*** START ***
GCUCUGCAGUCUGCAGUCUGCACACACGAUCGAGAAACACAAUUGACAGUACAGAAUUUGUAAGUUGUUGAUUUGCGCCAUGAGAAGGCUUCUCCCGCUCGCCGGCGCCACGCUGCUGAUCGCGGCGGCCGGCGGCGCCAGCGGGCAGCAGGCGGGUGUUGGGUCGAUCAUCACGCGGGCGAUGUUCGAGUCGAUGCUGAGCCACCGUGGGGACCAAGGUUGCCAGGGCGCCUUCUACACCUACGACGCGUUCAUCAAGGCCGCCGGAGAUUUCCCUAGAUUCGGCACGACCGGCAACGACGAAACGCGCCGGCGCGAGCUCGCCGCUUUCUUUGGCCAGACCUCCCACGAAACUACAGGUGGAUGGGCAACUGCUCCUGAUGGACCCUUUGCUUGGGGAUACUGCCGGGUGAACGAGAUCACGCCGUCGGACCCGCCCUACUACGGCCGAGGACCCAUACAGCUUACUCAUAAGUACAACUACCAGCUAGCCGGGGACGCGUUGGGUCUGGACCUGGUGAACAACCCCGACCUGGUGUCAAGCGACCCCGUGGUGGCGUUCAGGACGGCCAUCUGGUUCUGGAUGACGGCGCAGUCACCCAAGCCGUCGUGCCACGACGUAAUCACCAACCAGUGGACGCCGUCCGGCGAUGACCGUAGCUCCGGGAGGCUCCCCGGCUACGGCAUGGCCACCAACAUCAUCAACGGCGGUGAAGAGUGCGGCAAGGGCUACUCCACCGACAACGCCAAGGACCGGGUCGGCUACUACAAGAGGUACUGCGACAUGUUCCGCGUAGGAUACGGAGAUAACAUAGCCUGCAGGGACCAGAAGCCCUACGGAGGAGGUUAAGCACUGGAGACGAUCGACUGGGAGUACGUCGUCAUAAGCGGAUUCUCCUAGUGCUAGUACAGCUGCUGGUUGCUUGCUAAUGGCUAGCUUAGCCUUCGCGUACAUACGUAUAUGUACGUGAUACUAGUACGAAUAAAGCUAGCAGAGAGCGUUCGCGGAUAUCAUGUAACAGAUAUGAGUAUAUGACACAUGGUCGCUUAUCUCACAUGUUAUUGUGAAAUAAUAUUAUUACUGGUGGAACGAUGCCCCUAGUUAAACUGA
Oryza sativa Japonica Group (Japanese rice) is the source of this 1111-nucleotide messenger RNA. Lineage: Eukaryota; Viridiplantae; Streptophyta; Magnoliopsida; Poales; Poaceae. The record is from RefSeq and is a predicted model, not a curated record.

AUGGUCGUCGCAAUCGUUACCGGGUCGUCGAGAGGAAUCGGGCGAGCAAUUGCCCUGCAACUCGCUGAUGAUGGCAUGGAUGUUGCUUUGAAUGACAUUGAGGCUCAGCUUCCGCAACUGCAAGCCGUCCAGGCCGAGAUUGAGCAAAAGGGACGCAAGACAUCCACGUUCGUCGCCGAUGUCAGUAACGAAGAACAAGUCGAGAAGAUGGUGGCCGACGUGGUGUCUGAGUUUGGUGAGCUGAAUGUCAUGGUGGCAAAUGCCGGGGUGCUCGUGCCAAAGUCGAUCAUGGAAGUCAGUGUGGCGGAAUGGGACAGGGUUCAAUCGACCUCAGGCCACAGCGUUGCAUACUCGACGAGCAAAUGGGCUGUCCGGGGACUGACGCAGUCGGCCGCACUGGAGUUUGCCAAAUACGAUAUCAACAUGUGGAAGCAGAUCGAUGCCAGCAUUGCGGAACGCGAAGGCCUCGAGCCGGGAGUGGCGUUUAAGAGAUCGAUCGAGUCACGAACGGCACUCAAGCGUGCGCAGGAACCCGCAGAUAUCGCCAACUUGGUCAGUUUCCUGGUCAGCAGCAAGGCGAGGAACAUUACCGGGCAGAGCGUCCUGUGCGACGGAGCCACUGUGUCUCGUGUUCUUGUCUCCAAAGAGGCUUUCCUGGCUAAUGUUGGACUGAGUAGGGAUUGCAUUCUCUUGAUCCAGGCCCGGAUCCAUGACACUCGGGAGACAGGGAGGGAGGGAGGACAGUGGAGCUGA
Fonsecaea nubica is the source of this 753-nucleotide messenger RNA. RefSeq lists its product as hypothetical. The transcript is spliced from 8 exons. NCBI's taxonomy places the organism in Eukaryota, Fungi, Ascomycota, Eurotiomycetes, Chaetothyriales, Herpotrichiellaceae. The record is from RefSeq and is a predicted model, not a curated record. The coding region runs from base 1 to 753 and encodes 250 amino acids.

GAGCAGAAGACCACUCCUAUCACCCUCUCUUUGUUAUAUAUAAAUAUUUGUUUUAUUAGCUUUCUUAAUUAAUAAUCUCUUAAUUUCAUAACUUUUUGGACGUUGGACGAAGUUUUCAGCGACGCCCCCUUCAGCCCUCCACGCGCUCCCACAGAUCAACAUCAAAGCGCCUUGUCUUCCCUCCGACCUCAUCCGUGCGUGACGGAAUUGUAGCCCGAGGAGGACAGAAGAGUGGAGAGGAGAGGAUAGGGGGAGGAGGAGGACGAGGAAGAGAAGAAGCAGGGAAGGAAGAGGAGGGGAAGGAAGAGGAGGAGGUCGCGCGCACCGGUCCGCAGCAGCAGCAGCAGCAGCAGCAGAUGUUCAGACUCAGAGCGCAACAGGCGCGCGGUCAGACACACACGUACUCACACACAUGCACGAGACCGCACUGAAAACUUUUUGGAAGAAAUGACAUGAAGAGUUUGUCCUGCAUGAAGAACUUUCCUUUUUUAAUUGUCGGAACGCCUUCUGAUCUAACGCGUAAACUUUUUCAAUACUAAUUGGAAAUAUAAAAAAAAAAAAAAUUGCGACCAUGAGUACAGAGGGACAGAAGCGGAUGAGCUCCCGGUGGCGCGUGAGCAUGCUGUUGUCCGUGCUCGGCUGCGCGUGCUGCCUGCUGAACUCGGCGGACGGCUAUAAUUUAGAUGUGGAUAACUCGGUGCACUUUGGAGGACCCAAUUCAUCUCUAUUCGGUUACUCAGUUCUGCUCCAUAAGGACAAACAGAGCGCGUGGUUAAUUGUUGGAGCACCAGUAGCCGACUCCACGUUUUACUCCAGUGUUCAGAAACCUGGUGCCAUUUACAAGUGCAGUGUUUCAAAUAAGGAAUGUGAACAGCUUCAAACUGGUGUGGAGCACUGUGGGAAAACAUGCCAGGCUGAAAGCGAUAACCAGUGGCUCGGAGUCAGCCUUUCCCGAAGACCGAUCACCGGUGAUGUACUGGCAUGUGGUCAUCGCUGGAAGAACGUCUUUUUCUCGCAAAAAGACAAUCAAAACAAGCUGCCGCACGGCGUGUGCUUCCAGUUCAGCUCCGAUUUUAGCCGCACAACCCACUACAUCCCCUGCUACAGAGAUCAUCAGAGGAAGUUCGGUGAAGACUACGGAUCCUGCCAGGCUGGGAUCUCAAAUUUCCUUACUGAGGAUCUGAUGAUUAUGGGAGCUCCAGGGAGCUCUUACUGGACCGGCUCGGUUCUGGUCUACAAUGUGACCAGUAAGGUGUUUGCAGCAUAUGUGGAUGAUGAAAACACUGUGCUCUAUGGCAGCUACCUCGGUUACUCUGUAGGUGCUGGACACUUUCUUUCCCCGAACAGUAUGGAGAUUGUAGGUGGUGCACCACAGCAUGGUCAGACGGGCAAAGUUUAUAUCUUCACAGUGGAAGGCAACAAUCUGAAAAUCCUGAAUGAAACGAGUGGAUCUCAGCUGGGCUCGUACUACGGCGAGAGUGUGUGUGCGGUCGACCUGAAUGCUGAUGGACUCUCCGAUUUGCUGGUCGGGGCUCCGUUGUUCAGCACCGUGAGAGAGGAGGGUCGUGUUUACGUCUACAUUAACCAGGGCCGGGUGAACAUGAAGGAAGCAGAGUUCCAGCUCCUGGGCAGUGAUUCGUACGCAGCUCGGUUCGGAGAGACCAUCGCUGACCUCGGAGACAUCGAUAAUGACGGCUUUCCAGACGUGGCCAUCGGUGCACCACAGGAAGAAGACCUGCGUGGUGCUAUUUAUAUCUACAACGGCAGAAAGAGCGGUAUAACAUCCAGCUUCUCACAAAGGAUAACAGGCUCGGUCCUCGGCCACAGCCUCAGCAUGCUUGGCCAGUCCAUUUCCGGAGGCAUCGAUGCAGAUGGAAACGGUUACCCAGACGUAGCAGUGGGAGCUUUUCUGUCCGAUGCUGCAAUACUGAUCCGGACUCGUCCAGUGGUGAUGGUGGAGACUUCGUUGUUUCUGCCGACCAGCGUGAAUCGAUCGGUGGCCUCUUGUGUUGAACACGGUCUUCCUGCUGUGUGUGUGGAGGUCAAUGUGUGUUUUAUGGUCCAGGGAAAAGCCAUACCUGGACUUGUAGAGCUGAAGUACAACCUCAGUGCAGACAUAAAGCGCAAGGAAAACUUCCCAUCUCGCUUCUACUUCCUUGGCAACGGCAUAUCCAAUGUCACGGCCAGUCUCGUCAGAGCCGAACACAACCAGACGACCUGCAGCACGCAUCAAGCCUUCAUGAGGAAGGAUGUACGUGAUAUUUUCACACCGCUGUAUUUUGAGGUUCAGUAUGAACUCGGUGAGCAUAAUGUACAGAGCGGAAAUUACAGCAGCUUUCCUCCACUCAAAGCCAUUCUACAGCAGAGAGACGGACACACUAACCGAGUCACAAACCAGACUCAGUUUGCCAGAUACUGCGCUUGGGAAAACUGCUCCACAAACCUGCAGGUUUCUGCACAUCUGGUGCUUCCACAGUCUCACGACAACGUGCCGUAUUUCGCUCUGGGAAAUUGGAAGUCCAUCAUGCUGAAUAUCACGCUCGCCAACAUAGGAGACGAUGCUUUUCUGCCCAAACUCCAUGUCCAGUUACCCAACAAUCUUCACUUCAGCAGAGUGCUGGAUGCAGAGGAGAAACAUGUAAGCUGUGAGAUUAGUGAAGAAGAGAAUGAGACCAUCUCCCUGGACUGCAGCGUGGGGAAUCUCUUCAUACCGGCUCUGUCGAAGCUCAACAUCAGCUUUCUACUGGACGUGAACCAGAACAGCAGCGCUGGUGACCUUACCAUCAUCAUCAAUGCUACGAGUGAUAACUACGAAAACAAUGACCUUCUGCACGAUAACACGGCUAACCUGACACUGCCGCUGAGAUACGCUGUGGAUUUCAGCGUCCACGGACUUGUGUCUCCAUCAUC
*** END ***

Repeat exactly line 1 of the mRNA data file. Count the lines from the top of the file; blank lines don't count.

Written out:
GCUCUGCAGUCUGCAGUCUGCACACACGAUCGAGAAACACAAUUGACAGUACAGAAUUUGUAAGUUGUUGAUUUGCGCCAUGAGAAGGCUUCUCCCGCUCGCCGGCGCCACGCUGCUGAUCGCGGCGGCCGGCGGCGCCAGCGGGCAGCAGGCGGGUGUUGGGUCGAUCAUCACGCGGGCGAUGUUCGAGUCGAUGCUGAGCCACCGUGGGGACCAAGGUUGCCAGGGCGCCUUCUACACCUACGACGCGUUCAUCAAGGCCGCCGGAGAUUUCCCUAGAUUCGGCACGACCGGCAACGACGAAACGCGCCGGCGCGAGCUCGCCGCUUUCUUUGGCCAGACCUCCCACGAAACUACAGGUGGAUGGGCAACUGCUCCUGAUGGACCCUUUGCUUGGGGAUACUGCCGGGUGAACGAGAUCACGCCGUCGGACCCGCCCUACUACGGCCGAGGACCCAUACAGCUUACUCAUAAGUACAACUACCAGCUAGCCGGGGACGCGUUGGGUCUGGACCUGGUGAACAACCCCGACCUGGUGUCAAGCGACCCCGUGGUGGCGUUCAGGACGGCCAUCUGGUUCUGGAUGACGGCGCAGUCACCCAAGCCGUCGUGCCACGACGUAAUCACCAACCAGUGGACGCCGUCCGGCGAUGACCGUAGCUCCGGGAGGCUCCCCGGCUACGGCAUGGCCACCAACAUCAUCAACGGCGGUGAAGAGUGCGGCAAGGGCUACUCCACCGACAACGCCAAGGACCGGGUCGGCUACUACAAGAGGUACUGCGACAUGUUCCGCGUAGGAUACGGAGAUAACAUAGCCUGCAGGGACCAGAAGCCCUACGGAGGAGGUUAAGCACUGGAGACGAUCGACUGGGAGUACGUCGUCAUAAGCGGAUUCUCCUAGUGCUAGUACAGCUGCUGGUUGCUUGCUAAUGGCUAGCUUAGCCUUCGCGUACAUACGUAUAUGUACGUGAUACUAGUACGAAUAAAGCUAGCAGAGAGCGUUCGCGGAUAUCAUGUAACAGAUAUGAGUAUAUGACACAUGGUCGCUUAUCUCACAUGUUAUUGUGAAAUAAUAUUAUUACUGGUGGAACGAUGCCCCUAGUUAAACUGA